In fact, I often lose the ability to even move, speak or look at anything other than the floor.

Until someone walks in the door, that is.

Then I smile, laugh, joke and go about like everything is normal, like everything is as they'd expect.

My ability to hide behind a mask of a smile is incredible and I often shock myself, I can go from crying to bright eyes and laughter within one deep breath.

That has come with years of practice and fear of people's attitude towards depression and the ability to parent a child with it. 

It has also come from years of practice worrying about losing the people around me by depressing them with my depression, lets face it, it can get boring for those on the outside if you are constantly crying, that is never fun for anyone even the best of friends. Sad but sometimes all so very true.

You see, for years I've pasted this mask of a smile on my face when around others. I've shrugged it off and lied when asked if all is okay, when really, I'm struggling inside.

Sometimes my smile is quite genuine though on these occasions, sometimes I just can't help it, you know, like when you watch a funny cat video on youtube or your child's first steps. Genuine happiness shines through.

But sometimes even those times are tainted by a genuine rock bottom empty feeling in your heart, head and stomach and not even Ninja Cat can crack a smile on your face. I can't actually pin point where that emptiness feeling actually exists but it's there and it's real and it often physically hurts as well as mentally.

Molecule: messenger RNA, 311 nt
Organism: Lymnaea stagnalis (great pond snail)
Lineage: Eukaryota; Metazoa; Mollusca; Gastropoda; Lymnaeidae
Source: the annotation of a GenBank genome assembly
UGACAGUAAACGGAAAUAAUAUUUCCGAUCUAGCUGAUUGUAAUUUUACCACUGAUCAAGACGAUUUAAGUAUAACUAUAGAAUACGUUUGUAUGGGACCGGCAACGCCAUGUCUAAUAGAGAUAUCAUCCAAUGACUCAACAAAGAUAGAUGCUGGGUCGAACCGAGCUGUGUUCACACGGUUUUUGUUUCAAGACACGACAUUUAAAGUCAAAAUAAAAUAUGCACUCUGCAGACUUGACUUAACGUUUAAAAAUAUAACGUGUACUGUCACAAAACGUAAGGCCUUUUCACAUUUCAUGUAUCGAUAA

Anyone can get depression.

Even the people who have the most in life, actually ESPECIALLY those who have everything in life, like celebrities and professionals.

Money does not get you out of this one.

In fact it can taint it to the point of disaster.

In the few days before the death of Peaches Geldof she was seen to be 'happy and loving life' by those who surrounded her. She, like me, had perfected the painted smile mask and knew how to use it. In her case she had much greater demons than myself and she used her mask to defeat the worlds media and trick them into thinking she was back on track. She had that little extra hurdle in which I think I'd hate, having to front the people who could make or break you all day everyday and knowing they can make your life and demons so much worse in one headline. She was happy and loving being a parent, or so she would have had us believe. She was in fact crying inside, fighting for the life that everyone thought she had but not quite getting there. I see it in so many. I see it in myself.